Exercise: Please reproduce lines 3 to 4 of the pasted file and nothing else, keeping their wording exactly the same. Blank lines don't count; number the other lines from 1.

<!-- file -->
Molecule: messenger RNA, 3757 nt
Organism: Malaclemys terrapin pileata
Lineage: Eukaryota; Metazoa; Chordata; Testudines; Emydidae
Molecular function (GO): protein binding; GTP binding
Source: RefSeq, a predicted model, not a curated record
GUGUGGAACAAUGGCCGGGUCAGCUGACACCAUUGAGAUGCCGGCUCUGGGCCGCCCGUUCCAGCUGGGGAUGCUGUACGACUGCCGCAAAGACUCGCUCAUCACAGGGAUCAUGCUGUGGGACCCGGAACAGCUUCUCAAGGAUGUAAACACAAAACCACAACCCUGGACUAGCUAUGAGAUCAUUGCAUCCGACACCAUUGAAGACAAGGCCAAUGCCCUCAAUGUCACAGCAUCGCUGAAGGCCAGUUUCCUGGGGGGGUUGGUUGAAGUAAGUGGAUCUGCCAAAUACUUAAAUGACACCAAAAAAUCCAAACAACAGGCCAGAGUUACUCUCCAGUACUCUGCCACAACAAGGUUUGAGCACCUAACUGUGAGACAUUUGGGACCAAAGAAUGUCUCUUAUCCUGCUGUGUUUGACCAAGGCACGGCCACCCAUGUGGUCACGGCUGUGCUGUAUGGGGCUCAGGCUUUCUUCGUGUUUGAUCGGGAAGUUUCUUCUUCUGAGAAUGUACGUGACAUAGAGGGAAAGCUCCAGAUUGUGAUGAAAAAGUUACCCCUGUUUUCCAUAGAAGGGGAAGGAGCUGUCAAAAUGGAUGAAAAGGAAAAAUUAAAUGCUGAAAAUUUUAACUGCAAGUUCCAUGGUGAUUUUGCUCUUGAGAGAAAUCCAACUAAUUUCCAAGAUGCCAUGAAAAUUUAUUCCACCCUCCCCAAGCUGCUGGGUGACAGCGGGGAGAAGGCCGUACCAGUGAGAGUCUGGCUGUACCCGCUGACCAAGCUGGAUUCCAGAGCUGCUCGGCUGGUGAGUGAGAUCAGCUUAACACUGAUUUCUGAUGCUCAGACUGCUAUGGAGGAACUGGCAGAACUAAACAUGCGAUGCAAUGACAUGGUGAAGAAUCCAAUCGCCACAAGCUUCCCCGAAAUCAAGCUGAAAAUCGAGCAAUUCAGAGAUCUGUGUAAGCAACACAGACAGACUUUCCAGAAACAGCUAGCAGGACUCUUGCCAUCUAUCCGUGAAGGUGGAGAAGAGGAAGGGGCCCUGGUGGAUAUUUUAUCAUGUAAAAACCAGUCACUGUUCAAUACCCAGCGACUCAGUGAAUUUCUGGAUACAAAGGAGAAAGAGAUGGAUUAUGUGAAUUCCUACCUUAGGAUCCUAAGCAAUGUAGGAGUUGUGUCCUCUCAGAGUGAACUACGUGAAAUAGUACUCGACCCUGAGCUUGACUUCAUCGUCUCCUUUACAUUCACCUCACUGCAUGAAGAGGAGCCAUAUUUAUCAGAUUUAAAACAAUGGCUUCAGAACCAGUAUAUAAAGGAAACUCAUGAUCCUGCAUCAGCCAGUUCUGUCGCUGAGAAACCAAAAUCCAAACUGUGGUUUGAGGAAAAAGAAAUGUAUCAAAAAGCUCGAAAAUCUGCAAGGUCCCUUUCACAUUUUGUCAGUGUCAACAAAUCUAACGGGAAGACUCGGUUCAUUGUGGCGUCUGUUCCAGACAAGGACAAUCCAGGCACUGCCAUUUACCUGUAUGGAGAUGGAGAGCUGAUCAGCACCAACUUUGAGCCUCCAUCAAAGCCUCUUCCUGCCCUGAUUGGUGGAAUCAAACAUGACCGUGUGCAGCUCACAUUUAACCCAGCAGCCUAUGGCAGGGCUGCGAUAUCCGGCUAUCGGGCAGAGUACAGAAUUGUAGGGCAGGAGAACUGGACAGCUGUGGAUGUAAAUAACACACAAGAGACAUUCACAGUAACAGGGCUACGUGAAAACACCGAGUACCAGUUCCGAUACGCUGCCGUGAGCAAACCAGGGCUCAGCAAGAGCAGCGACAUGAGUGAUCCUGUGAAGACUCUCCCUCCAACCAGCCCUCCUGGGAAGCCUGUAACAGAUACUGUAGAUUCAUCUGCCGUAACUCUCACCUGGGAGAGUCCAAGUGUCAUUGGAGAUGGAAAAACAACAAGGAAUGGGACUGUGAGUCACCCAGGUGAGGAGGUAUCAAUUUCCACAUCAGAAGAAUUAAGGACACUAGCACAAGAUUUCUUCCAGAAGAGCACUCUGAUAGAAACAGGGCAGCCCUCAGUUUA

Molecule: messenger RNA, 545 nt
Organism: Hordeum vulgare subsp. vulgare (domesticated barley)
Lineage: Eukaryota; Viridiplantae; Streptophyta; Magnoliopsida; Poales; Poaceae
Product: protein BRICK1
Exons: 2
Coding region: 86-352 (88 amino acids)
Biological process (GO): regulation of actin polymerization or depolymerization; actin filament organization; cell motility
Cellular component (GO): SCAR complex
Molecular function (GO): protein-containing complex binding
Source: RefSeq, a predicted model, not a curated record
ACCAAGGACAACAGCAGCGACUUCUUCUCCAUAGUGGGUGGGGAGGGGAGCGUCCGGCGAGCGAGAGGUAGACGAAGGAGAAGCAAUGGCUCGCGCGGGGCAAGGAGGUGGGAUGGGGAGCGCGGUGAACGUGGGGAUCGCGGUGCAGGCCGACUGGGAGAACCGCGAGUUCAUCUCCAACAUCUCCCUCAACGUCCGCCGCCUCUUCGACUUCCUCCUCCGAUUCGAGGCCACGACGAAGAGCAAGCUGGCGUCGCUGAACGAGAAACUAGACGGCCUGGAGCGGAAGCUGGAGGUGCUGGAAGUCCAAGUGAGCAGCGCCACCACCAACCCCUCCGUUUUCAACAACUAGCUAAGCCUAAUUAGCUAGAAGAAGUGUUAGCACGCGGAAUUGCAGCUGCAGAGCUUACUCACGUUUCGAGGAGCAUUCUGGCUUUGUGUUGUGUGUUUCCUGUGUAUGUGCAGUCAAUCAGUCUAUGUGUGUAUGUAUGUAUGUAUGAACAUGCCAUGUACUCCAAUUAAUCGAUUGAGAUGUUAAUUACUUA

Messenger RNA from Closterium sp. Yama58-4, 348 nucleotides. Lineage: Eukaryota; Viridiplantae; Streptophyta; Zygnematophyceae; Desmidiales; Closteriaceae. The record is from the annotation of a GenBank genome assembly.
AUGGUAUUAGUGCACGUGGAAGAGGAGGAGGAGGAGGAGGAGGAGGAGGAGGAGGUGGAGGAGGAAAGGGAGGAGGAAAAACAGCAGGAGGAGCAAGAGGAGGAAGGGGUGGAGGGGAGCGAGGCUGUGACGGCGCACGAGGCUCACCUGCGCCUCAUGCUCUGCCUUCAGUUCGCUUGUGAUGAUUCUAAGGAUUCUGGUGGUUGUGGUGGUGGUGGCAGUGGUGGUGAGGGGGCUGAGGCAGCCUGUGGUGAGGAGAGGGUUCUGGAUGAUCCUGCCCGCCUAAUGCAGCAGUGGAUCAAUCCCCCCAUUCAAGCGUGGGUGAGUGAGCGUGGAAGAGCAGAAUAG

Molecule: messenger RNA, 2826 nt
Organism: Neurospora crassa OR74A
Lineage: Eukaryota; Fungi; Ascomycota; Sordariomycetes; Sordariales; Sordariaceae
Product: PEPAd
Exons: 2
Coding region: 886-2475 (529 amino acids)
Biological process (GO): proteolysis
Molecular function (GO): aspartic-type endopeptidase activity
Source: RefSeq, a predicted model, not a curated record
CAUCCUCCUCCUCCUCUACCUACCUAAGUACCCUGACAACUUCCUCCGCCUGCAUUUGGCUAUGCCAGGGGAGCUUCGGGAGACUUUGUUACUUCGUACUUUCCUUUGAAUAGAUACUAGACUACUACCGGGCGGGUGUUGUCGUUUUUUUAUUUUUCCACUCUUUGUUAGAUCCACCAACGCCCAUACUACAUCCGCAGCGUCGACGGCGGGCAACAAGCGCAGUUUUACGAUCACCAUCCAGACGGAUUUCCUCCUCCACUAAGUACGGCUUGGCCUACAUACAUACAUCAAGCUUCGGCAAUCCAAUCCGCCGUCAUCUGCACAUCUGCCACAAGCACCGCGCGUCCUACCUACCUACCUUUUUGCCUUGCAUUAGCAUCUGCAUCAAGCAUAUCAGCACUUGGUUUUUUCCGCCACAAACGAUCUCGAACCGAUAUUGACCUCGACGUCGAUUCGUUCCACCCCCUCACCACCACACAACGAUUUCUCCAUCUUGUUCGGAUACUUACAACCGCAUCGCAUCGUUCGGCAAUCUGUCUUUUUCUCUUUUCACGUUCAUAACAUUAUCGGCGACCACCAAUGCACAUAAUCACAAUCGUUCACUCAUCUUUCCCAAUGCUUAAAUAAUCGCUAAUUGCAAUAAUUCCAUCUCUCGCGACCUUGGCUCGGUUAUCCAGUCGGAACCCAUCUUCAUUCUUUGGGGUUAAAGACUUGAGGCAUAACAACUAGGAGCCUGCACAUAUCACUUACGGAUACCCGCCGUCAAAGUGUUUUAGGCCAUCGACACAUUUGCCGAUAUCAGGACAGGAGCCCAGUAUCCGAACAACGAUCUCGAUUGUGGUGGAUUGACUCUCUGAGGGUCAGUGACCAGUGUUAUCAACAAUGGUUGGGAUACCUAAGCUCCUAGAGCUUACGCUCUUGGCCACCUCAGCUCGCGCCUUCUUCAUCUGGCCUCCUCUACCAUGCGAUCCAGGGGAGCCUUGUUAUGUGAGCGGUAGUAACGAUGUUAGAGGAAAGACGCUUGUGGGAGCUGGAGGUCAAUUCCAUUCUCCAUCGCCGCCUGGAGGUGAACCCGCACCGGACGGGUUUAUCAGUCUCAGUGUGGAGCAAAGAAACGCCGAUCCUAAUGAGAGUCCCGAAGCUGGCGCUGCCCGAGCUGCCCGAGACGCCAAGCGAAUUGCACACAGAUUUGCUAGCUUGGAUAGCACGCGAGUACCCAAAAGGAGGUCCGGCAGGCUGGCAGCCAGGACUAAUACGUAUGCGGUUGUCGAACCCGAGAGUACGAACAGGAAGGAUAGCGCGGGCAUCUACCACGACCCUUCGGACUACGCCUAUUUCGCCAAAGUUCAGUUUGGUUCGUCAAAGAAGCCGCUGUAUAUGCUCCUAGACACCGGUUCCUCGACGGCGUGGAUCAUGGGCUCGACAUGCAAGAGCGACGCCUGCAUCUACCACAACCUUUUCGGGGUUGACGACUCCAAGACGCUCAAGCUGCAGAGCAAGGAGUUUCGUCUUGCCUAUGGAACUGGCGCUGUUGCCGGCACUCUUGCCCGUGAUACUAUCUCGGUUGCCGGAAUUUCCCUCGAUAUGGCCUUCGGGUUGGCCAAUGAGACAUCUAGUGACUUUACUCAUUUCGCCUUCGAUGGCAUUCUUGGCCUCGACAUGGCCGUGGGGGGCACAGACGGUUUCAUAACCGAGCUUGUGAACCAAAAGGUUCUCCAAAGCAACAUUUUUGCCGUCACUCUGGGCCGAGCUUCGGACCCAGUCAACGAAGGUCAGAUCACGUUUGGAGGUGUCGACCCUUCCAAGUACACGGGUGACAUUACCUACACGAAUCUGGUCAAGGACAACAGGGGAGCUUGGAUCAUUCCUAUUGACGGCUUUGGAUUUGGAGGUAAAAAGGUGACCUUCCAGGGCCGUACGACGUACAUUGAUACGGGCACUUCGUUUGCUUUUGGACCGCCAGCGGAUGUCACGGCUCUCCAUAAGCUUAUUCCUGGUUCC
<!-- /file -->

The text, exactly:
Lineage: Eukaryota; Metazoa; Chordata; Testudines; Emydidae
Molecular function (GO): protein binding; GTP binding